Monday, March 1, 2010


I found a great website by Robert Schiller the Yale professor. He's provided interesting details going back to 1875 of market levels including interest rates, index prices, and P/E ratios. I have used his data to give us a picture of the S&P 500 index charted against the long term P/E ratios for the market.

The chart is useful because we can see that the rebound in the markets over the last 10 months has now propelled us into levels that indicate that the market is overvalued. Two things can happen to adjust this imbalance. First, earnings can improve, this will decrease the denominator of the equation and bring the calculation into equilibrium. The second is that stock prices can fall back in line with earnings to balance it out. Recall that the long term median P/E for the market is 15, so we are 30% above the average.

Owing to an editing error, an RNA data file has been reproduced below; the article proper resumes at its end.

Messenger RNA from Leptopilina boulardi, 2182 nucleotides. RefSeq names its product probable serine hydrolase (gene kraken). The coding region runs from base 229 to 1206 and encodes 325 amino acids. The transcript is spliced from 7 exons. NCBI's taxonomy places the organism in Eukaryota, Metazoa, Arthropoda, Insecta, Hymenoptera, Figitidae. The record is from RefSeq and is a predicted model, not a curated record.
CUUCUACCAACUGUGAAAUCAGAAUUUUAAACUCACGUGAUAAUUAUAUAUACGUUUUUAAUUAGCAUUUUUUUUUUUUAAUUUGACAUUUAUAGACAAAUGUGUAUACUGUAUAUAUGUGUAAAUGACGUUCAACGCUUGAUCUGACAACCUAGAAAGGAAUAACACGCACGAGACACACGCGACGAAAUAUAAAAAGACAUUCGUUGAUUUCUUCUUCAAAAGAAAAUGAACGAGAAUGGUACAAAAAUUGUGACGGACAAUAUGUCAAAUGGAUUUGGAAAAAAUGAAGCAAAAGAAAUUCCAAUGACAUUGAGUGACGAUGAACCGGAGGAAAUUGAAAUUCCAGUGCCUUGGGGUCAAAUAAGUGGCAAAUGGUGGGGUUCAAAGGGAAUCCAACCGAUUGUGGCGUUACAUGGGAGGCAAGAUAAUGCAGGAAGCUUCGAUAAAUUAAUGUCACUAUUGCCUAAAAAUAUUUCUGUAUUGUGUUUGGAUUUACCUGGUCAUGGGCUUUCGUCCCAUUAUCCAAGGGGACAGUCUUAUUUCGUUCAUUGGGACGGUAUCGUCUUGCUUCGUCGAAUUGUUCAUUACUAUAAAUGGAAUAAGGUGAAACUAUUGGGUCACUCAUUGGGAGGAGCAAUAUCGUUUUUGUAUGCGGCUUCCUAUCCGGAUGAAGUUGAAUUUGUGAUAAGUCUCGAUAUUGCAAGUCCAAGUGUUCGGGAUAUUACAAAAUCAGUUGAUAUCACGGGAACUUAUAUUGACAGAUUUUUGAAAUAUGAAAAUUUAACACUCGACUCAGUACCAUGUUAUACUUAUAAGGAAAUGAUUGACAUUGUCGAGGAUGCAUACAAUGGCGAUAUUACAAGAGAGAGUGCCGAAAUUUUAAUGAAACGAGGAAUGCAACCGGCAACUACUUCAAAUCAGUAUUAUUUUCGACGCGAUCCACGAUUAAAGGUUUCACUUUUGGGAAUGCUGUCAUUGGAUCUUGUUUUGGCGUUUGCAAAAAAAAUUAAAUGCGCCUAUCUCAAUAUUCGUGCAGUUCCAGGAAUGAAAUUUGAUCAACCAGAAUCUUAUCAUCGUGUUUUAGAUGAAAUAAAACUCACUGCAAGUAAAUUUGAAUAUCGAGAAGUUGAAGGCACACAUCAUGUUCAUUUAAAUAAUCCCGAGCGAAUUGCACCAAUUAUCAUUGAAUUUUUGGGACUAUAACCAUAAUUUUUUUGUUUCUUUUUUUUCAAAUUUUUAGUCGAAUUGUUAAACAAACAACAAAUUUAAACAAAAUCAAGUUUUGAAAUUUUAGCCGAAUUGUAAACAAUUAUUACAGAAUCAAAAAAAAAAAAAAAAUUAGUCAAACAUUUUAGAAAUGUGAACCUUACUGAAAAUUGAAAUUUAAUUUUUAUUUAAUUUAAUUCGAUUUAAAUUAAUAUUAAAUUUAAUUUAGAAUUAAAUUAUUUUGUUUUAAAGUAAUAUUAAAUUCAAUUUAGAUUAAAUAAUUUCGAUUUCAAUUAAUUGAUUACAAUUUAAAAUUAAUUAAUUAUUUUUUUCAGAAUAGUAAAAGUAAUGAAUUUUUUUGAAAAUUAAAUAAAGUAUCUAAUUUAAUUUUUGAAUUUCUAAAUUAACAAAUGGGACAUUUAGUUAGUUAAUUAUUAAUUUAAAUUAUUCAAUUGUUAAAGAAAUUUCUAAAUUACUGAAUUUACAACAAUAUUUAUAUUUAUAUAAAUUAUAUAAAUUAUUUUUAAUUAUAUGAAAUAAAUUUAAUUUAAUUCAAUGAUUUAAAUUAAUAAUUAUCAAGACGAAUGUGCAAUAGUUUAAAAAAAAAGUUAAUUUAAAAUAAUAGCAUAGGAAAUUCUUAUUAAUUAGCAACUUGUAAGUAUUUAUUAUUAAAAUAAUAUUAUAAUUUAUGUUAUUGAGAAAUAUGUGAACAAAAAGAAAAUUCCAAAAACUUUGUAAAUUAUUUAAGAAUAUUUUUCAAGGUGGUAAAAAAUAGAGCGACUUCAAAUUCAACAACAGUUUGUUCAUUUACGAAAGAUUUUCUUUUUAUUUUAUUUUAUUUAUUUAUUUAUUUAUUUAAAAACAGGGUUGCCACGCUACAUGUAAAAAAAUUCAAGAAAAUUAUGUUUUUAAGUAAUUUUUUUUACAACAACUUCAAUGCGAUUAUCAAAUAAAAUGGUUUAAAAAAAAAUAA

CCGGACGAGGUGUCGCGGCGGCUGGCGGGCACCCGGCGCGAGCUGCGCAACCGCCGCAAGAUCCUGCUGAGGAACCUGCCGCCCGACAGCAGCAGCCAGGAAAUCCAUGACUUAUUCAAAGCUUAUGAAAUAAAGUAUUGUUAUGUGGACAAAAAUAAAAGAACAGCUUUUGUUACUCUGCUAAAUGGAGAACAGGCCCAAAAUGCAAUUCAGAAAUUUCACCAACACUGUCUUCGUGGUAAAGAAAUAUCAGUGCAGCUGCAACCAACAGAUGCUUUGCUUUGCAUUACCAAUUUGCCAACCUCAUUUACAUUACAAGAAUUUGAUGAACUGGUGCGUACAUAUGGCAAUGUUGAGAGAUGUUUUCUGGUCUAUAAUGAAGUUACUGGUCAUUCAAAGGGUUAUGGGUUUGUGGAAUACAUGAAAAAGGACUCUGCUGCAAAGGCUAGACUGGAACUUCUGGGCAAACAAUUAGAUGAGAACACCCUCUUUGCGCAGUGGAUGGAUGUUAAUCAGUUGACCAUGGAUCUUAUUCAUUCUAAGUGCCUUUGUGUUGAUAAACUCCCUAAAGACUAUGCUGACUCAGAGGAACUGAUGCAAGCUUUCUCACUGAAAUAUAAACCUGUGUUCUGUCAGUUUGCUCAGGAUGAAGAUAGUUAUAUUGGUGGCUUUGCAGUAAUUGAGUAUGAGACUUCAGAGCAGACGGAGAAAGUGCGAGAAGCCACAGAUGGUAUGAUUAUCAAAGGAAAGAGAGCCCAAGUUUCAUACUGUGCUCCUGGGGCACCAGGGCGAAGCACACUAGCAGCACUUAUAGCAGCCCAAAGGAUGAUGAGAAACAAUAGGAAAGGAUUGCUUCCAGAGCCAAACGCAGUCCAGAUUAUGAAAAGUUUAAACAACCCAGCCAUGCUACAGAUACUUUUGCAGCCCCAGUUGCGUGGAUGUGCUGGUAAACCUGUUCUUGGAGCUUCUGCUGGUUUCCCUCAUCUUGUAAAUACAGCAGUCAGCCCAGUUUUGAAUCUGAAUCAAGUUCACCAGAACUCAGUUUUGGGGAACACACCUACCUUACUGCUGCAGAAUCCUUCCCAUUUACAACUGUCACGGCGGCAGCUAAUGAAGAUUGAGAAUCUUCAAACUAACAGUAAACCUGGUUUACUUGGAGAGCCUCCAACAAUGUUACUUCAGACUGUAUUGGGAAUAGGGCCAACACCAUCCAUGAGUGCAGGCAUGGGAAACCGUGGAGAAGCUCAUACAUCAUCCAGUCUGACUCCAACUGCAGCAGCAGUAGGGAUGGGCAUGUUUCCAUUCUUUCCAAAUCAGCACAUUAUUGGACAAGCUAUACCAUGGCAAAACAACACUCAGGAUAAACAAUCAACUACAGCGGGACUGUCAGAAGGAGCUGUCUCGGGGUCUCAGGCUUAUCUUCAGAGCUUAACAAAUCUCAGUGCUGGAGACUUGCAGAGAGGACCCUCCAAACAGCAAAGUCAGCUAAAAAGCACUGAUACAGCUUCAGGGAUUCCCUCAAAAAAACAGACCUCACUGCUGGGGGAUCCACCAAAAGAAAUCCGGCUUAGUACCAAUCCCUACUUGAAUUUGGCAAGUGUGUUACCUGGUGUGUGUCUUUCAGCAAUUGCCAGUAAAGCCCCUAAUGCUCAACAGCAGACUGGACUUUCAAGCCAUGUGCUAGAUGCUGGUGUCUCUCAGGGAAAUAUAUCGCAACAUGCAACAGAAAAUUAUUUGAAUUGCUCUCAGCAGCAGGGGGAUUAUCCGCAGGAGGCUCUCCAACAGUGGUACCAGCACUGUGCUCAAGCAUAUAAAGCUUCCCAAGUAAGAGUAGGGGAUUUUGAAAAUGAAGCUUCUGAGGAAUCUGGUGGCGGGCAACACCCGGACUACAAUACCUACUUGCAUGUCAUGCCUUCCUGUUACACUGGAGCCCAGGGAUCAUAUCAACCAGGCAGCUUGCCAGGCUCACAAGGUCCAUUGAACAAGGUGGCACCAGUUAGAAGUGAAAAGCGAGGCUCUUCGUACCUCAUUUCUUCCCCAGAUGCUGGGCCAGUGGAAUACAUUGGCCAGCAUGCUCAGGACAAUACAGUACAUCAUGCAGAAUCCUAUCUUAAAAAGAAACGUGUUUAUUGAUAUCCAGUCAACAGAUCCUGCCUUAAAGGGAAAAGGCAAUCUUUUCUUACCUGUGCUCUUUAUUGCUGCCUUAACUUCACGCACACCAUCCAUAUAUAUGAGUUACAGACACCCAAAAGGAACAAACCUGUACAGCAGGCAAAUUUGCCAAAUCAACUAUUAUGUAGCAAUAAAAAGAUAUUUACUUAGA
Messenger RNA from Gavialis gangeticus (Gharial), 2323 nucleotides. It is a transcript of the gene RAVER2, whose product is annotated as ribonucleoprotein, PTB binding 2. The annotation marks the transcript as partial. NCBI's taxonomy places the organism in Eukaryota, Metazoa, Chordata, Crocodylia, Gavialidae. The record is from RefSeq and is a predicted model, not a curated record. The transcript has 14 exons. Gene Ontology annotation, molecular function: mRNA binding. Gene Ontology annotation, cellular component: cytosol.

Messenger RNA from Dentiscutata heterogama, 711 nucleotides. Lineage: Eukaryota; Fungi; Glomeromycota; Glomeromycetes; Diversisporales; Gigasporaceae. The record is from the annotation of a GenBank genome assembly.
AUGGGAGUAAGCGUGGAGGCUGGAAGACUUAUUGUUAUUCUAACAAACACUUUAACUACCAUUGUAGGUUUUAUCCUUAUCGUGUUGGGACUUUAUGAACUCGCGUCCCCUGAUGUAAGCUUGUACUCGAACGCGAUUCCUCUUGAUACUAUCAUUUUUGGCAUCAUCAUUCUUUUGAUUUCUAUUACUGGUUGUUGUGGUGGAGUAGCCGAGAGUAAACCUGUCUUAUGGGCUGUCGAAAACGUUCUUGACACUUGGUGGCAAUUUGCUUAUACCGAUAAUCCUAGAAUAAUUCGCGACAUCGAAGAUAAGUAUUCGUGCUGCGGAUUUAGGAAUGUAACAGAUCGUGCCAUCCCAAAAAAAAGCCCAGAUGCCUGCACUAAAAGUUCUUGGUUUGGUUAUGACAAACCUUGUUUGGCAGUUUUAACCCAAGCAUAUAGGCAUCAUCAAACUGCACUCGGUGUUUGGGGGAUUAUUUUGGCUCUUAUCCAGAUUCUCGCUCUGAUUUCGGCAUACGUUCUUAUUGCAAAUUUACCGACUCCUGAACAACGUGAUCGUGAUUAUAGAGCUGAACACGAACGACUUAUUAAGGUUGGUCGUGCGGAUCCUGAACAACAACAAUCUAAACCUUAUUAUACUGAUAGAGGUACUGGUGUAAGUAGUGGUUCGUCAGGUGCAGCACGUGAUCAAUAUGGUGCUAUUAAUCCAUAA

If you look at 2000 and 2007 you should see that just because we have spikes above 20 doesn't mean that the market will immediately collapse, but it is an indication that a stocks are over-valued and will regress toward the mean. It doesn't escape me that the last 15 years has been spent at P/E's greater than the norm. I also think we would agree that the last 15 years has been a period build on excessive debt and the illusion consumers could leverage themselves to happiness. Remember, consumers have been borrowing to buy stuff they didn't need thus creating demand that supported entire industries.